Black soccer players may boycott the 2018 World Cup in Russia due to the toxic racist atmosphere in pitches in the country. Ivory Coast native Gnégnéri Yaya Touré, the star midfielder for Manchester City in the English Premier League, has warned that unless Russian sports officials eradicate racist behavior and chants in football stadiums, black players may not participate in the tournament. "If we aren't confident at the World Cup, coming to Russia, we don't come," he said, according to BBC.

Toure said he was racially abused during a Champions League game at the Khimki Arena in Moscow earlier this week by fans of the PFC CSKA Moscow club, triggering an investigation by the Union of European Football Associations (UEFA), the sport’s governing body in Europe. "I know we have the fight against racism, but we are not kids and we have to stop it now,” Toure said, according to The Guardian. “[UEFA] have to react. I want to stop this. It is always the same. I am unhappy because the reaction of the fans was unbelievable.”

CSKA officials, who have denied any such incidents took place, face a disciplinary hearing from UEFA on October 30. "Having carefully studied the video of the game, we found no racist insults from fans of CSKA," the club said in a statement. “In many occasions, especially during attacks on our goal, fans booed and whistled to put pressure on rival players, but regardless of their race.”

The Guardian reported that CSKA also took an extraordinary step by releasing statement from one its own black players -- Seydou Doumbia, also from the Ivory Coast -- accusing Touré of “exaggerating.” "I didn't hear anything like that from the CSKA fans,” Doumbia stated. “Yes, they're always noisy in supporting the team, and try to put as much pressure as possible on our opponents, but they wouldn't ever allow themselves to come out with racist chants. So my Ivory Coast colleague is clearly exaggerating."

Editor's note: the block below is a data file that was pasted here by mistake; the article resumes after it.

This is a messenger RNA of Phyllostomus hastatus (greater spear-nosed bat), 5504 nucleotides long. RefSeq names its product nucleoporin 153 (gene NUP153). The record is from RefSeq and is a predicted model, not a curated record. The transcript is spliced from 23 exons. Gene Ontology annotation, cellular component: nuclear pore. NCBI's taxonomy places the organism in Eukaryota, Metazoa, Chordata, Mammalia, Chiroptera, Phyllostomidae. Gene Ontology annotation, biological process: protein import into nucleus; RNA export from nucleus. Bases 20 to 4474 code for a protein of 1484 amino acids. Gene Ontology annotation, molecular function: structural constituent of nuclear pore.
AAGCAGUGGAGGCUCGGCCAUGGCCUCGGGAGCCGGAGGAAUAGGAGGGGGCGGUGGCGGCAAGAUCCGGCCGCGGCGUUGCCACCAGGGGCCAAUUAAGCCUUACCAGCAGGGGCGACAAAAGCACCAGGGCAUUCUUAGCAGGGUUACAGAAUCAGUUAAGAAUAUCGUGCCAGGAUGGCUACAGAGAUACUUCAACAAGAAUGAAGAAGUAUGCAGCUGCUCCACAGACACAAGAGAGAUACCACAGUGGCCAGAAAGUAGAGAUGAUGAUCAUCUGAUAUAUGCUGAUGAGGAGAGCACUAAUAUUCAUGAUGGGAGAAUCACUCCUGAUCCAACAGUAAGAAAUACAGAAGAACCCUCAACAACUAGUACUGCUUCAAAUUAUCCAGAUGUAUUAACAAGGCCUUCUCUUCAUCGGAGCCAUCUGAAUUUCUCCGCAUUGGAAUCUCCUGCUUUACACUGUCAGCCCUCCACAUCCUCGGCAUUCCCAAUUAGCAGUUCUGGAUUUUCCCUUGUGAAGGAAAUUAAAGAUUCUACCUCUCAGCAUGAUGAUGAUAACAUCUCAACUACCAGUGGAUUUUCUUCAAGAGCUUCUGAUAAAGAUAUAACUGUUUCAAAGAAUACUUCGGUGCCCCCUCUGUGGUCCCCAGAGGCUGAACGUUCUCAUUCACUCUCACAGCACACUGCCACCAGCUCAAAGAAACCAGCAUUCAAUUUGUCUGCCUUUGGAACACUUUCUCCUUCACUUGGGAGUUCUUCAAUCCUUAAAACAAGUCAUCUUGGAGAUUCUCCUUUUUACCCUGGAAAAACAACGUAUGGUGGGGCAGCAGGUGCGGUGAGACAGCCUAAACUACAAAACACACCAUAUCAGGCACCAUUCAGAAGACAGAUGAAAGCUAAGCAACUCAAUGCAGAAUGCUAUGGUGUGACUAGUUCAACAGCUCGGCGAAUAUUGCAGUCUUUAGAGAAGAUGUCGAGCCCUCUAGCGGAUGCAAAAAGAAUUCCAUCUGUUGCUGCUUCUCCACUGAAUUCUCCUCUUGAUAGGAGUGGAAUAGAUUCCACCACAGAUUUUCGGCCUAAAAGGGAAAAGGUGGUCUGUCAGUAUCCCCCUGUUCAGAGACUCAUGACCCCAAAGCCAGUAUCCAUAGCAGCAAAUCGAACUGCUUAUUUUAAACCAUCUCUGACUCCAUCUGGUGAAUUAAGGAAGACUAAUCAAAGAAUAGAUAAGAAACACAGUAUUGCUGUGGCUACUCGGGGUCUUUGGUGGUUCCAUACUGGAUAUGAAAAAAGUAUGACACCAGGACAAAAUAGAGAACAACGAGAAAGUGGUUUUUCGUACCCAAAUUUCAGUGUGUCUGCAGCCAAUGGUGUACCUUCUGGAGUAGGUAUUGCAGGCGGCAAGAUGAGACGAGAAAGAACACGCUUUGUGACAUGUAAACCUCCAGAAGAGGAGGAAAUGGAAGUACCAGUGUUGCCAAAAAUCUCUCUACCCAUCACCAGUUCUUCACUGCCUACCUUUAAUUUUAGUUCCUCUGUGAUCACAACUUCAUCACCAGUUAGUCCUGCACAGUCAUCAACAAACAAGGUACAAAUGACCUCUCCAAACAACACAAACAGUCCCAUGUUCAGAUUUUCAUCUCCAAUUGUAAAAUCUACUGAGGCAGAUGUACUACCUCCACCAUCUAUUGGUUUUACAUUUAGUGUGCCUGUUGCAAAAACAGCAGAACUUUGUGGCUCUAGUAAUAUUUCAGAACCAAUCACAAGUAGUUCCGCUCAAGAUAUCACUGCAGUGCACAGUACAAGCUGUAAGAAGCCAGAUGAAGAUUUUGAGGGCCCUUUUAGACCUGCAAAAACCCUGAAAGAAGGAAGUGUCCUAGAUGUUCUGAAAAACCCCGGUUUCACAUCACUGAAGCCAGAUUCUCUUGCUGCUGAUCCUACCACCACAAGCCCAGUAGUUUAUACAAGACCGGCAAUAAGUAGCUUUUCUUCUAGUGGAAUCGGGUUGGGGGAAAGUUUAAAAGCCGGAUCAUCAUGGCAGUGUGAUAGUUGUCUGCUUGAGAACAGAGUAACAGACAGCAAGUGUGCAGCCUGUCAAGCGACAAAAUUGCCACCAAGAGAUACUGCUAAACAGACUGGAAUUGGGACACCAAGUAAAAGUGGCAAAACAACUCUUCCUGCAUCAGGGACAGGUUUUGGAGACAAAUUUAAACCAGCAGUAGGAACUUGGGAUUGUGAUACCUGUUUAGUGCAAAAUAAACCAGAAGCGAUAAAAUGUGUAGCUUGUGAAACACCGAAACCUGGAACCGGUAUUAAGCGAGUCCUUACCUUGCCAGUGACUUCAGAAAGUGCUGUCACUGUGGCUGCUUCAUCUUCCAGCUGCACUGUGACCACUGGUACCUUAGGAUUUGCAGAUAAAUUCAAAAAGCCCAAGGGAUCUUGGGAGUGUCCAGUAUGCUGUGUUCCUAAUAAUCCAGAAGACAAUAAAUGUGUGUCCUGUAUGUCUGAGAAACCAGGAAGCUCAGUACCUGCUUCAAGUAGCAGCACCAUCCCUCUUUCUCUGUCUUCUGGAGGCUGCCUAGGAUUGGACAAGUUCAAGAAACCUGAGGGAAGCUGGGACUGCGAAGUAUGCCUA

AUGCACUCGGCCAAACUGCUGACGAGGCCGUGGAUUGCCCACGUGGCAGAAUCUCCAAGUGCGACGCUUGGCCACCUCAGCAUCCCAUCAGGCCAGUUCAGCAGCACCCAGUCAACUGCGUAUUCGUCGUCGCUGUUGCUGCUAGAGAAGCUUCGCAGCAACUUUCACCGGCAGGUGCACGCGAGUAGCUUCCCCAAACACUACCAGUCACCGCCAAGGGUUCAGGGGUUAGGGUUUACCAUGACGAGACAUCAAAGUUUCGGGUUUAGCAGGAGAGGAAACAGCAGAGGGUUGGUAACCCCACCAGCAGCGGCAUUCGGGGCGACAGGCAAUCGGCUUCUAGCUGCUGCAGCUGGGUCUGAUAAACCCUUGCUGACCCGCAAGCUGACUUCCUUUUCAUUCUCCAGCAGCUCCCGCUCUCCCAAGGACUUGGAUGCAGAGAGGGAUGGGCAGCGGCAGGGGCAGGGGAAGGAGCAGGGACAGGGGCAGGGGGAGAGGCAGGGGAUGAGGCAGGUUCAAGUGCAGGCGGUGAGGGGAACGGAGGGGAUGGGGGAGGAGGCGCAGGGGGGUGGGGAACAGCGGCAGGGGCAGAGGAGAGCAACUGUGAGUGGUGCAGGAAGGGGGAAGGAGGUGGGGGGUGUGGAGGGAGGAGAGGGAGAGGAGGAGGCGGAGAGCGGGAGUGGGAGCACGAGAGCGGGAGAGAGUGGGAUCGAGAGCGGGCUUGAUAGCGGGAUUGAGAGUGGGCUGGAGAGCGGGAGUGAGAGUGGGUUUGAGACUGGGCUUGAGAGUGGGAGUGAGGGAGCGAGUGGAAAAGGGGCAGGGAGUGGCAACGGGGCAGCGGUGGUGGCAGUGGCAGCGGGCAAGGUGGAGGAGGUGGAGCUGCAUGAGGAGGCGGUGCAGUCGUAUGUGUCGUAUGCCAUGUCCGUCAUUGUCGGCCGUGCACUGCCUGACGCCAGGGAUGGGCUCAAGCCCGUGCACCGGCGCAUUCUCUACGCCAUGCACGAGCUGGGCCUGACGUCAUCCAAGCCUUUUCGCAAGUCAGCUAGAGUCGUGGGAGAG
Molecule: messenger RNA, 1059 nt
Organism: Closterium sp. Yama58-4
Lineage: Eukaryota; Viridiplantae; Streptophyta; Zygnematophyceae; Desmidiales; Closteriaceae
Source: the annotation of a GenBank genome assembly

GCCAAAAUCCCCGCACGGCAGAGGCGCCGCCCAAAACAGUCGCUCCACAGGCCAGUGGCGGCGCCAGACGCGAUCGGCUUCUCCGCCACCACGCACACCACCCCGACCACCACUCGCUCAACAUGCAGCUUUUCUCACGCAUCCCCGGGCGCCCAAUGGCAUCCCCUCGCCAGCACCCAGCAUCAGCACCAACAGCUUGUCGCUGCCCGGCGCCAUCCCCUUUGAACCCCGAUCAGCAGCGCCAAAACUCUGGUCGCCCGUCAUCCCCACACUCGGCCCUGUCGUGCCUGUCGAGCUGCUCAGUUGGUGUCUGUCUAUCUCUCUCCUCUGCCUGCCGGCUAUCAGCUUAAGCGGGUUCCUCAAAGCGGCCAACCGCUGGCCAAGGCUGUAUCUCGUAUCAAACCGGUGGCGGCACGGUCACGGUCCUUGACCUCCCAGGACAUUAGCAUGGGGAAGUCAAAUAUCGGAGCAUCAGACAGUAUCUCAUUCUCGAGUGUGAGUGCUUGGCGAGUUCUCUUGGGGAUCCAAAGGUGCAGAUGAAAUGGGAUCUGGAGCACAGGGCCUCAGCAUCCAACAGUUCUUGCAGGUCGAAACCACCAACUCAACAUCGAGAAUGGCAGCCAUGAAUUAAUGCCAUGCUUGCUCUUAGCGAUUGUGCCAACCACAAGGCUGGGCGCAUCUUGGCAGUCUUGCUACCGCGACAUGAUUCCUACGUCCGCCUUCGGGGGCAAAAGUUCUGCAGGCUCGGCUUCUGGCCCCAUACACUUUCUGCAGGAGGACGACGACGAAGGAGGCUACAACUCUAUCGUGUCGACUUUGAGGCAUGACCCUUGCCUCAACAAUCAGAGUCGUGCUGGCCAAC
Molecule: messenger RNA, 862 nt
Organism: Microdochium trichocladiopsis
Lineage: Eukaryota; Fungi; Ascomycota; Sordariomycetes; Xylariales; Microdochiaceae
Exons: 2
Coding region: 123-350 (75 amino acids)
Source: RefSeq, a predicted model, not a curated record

But if UEFA determines that the racial abuse actually happened, they could force the CSKA to close a portion of its stadium in a future game. The group has already fully closed three stadiums -- Dinamo Zagreb of Croatia, Legia Warsaw of Poland and Honved of Hungary – for similar infractions this year.

Meanwhile, Piara Powar, executive director of Football Against Racism in Europe (FARE), supports Toure. "Yaya Toure is absolutely right in raising the specter of African players or players of African heritage not going to the 2018 World Cup -- and without them there will not be a World Cup in Russia,” Powar said. "I wouldn't blame them. In this era, players are the most powerful force, and if all the players said they are not going there wouldn't be a World Cup, or if there was it would be meaningless."

Another former player, Leroy Rosenior, who is one of the very few black team managers in the UK, suggested that a boycott of soccer’s largest event might actually force Fédération Internationale de Football Association, or FIFA (the sport’s international governing body) to clamp down on fan racism. "I think that it's got to a point now where, when we saw the reaction of CSKA, who didn't even recognize that there was a problem, people are starting to think that this isn't something that is stagnating. We're actually going backwards," Rosenior told BBC. "Boycotting the World Cup, which is sanctioned by FIFA, is a threat that maybe needs to be a serious threat because you want the authorities to come up with something off the back of a threat which will actually get something positive happening."

In May of this year, UEFA issued a warning for clubs that fail to eliminate racist chanting at their matches -- a partial stadium closure for the first offense; and a full stadium closure for a second offense, in addition to a fine of 50,000 euros ($69,000).

It is a delicate matter for the Russians, who clearly view the chance to host the World Cup as an honor. In a carefully worded statement, the 2018 FIFA World Cup Russia Local Organizing Committee said: "Whilst the alleged incidents are still under investigation by the relevant authorities, it is worth restating that all stakeholders in Russian football have made it clear that there is absolutely no place for any type of racial discrimination or abuse in our game. What is clear is that football is uniquely positioned to educate fans in combating this global issue. The 2018 FIFA World Cup in Russia, in particular, can act as a catalyst to positively change the mindsets and behavior across all involved in Russian football over the next four years."

Alistair Bruce-Ball, a BBC Sports correspondent in Moscow, wrote that Russia has been the site of a number of racist incidents on the pitch in recent years. “I can remember a set of fans waving a banana at [Brazilian player] Roberto Carlos when he played in Russia,” he wrote. “Peter Odemwingie [a mixed-race Russian], when he joined WBA [English club West Bromwich Albion], had some fairly horrendous stories of playing in Russia. [French-Congolese] Christopher Samba was another one who was targeted. The great point Yaya Toure made was that this [is] a country that is going to be hosting the World Cup, the pinnacle of all football events, in 2018 and yet the problem doesn't seem to be getting any better."

Throughout Europe, black soccer players have been verbally abused with "monkey chants" and some have been had bananas thrown at them.